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 Skymed Takes you home, skymed emergency medical travel services, skymed, RV travel tips, RV safety

There are millions of RVers in the US, some going cross-country or just across the state line, many for the first time. Safety tips for RV travel can come in handy even if you’re a veteran—read on below for some of our favorites.

Start with a safety check of your RV, then do it again every few hours.

Making time for a safety check before you hit the road is essential, but it’s also a good idea to stop every few hours to stretch your legs and walk around your rig to make sure tires, brakes, hitches and everything else that might cause an accident is secure. Should you need a list, there are tons online to download.

Once you’re familiar with your rig, you can put together your own list.

Not all things on all lists will apply to you, but once you’ve been on the road a few times, you’ll know what you need to look for. Some veterans recommend making two—one for inside and one for outside.

Don’t forget to check under the hood, too.

When you stop in to fuel up take a minute to check under your hood and make sure all the fluid levels are up where they should be, and nothing is leaking. It’s better to find out you have a problem at a well-lit station with a mechanic on hand than on a long stretch of lonely road!

Keep an eye on that propane tank.

This one’s a big job, and there are several ways you can ensure a safe ride. Don’t paint the tank in dark colors (white deflects heat, dark colors absorb it); don’t travel with any burners or stoves lit; don’t refuel your tank with your engine running; double check older or less used tanks for blockages; have lines and tanks regularly checked by a professional; and install a propane gas detector.

Know thine RV’s brakes. 

RV brakes are air rather than hydraulic like car brakes, so the feel is different. Practice braking before you take to the open road, so you don’t end up hitting them too hard.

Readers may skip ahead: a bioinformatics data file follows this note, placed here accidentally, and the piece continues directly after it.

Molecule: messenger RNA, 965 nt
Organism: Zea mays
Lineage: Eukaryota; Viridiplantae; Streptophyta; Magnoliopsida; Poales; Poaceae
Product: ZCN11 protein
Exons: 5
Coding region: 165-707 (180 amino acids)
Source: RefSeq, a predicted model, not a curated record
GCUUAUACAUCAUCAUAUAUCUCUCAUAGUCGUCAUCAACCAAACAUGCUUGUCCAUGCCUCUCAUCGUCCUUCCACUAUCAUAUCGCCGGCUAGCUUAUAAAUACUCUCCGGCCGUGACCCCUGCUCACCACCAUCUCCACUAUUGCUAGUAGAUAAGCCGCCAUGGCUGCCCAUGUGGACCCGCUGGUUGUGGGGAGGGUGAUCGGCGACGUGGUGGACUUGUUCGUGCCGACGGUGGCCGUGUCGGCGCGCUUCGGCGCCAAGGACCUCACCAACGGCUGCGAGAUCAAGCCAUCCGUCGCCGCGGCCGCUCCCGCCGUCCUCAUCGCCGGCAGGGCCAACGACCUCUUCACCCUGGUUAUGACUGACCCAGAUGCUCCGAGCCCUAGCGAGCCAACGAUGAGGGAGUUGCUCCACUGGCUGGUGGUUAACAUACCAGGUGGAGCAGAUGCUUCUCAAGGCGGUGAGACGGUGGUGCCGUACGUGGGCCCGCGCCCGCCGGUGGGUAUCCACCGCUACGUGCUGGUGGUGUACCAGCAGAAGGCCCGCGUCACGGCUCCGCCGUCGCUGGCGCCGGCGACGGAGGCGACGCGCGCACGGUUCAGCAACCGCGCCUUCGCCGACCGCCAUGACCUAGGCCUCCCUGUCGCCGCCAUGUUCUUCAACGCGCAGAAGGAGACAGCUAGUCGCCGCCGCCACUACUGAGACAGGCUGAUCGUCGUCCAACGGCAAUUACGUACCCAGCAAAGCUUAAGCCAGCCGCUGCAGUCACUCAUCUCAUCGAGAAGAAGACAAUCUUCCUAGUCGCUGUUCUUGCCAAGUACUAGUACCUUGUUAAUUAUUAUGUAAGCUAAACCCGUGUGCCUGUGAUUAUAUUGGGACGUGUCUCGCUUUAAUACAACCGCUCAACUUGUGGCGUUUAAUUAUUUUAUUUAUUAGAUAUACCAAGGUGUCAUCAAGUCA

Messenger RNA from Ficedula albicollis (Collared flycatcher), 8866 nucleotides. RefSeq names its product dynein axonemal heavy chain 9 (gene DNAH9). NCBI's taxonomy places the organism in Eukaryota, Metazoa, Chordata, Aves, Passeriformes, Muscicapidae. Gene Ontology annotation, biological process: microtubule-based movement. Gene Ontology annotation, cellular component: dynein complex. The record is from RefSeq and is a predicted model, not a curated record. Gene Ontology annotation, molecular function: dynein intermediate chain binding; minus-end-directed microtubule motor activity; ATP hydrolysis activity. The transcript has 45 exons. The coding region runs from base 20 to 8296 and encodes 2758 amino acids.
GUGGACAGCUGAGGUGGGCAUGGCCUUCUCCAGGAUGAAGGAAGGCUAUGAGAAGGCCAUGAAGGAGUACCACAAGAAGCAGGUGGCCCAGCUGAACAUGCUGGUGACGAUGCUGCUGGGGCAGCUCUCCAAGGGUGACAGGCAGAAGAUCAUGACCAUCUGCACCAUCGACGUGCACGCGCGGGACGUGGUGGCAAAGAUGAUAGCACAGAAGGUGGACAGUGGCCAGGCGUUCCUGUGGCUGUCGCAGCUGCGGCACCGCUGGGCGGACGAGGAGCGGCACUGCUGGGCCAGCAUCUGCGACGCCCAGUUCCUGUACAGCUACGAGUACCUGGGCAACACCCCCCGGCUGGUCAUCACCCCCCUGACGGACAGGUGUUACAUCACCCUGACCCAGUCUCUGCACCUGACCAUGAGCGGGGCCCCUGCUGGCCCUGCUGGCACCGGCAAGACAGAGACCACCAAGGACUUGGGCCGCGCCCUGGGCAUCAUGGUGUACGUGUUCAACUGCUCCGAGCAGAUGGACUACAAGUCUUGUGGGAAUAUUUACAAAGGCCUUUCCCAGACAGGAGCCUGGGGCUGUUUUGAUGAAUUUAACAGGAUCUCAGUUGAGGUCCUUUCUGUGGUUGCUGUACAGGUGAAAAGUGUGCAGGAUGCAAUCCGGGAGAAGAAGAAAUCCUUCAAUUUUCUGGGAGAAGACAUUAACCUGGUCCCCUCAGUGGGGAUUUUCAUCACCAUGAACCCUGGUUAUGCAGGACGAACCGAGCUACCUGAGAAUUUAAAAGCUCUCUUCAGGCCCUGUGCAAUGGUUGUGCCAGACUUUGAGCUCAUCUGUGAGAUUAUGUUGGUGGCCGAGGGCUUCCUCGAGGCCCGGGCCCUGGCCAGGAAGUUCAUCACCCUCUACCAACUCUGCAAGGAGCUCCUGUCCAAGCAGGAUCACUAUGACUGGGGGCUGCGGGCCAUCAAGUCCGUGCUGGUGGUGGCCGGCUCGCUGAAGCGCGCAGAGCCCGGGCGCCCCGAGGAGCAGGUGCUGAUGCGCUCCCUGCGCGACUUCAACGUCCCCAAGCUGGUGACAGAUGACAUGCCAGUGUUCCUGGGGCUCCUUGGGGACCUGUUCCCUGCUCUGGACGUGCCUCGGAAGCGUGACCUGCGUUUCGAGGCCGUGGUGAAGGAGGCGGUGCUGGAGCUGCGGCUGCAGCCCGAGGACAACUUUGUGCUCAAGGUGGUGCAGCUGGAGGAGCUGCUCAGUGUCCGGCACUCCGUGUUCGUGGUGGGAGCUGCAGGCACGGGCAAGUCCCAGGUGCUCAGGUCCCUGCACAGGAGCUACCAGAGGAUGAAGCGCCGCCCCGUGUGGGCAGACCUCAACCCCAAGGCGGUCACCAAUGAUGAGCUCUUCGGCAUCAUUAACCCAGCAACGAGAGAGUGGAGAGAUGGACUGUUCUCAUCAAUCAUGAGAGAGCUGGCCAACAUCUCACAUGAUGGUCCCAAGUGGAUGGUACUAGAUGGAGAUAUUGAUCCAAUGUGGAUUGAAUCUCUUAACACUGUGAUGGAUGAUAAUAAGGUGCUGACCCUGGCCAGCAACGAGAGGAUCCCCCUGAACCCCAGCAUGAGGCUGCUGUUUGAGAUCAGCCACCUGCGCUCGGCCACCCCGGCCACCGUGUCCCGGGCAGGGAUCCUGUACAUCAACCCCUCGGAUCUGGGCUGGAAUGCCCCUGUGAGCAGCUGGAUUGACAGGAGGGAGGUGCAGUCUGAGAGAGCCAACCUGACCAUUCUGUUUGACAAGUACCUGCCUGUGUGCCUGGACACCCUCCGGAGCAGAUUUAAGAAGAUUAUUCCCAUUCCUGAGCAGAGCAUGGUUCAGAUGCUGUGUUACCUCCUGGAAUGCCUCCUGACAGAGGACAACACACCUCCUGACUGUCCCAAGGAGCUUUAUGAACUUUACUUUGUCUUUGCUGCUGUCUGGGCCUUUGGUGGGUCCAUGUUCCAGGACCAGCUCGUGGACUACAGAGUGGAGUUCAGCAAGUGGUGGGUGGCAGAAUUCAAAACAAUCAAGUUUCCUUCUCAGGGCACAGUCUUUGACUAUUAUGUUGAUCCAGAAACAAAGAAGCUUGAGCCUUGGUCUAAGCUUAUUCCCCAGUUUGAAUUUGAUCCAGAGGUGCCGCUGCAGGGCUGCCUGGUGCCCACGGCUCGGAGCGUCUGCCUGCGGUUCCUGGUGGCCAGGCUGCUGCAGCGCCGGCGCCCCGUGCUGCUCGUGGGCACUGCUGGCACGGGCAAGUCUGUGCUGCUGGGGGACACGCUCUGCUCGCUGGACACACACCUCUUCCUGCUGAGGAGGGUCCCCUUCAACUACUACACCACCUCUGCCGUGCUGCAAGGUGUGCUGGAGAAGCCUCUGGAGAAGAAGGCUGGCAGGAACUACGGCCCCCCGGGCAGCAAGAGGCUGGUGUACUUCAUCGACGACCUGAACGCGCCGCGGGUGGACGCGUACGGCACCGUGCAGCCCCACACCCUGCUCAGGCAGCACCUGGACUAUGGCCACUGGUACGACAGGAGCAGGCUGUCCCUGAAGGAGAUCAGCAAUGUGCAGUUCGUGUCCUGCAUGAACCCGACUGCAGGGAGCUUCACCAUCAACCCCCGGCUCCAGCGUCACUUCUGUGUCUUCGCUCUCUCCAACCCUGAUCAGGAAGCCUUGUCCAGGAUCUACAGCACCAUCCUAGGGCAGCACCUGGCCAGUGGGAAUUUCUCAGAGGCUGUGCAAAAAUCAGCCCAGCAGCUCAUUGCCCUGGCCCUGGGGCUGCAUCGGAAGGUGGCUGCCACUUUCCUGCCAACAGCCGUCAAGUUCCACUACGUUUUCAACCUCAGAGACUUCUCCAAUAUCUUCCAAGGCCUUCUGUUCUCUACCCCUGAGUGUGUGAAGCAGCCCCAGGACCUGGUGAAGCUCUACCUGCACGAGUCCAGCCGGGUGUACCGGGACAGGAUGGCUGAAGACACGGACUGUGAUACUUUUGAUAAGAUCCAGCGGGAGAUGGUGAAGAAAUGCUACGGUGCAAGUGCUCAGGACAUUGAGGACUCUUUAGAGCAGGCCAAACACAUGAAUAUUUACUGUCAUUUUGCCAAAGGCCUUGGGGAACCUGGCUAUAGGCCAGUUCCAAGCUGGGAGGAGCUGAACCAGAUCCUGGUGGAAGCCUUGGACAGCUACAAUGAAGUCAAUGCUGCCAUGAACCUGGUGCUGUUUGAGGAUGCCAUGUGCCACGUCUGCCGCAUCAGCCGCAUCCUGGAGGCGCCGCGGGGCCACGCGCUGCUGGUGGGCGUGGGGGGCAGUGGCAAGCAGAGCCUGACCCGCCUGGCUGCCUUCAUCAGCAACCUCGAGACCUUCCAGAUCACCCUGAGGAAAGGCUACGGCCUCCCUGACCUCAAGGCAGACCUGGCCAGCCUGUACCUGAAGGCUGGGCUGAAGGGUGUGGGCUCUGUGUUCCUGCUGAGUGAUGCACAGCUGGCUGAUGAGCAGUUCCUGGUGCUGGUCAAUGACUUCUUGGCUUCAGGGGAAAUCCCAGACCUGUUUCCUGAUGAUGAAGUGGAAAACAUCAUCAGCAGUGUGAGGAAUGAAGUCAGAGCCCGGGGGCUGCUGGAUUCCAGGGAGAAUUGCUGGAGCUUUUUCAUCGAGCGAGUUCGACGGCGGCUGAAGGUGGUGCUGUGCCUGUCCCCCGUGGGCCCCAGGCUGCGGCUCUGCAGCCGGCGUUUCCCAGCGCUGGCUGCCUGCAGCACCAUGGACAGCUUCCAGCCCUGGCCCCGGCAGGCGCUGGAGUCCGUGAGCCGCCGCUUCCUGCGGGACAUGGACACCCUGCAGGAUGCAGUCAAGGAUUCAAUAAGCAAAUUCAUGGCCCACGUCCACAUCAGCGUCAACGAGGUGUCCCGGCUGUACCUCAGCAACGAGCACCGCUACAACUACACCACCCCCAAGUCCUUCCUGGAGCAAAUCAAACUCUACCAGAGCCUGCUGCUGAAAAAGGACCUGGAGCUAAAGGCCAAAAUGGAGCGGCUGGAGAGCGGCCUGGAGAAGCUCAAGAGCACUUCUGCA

Know thine RV’s height and width and length.

A rig is a very different animal to drive—and not all bridges were made for RVs to pass under. For that matter, narrow roads can be a problem, especially when you consider a typical RV is 8.5-feet wide and highway lanes average about 10-feet in width. Anything tighter than that and you’ll have to do some careful maneuvering. To help you remember your clearance, put a sticky note on your dashboard with the number, and you’ll be good to go. As for length and parking, an assistant to help you pull in or out always comes in handy.

Know thine RV’s weight. 

If your rig is fully loaded, you’ll notice it’s slower to accelerate and stop. The rule of 20 percent is a good guideline: Always add 20 percent whether you’re extending your following distance or merging into traffic.

Avoid blowouts.

Blowouts are sometimes inevitable, but you can do a lot to avoid a failure. Watch the pressure (both underinflation and overinflation can lead to blowouts); keep tires covered when not in use to prevent UV and ozone damage; avoid tire products that contain petroleum-based substances that can accelerate cracking; bloc and level your RV each time you plan on staying somewhere more than a day or two; and replace them every 7 years or so.

Take us with you!

In the event of an unexpected illness or accident, SkyMed is your best ally! We not only take you home, but you’re membership also includes driving your rig back as well. Find out more at www.skymed.com or contact your local rep!


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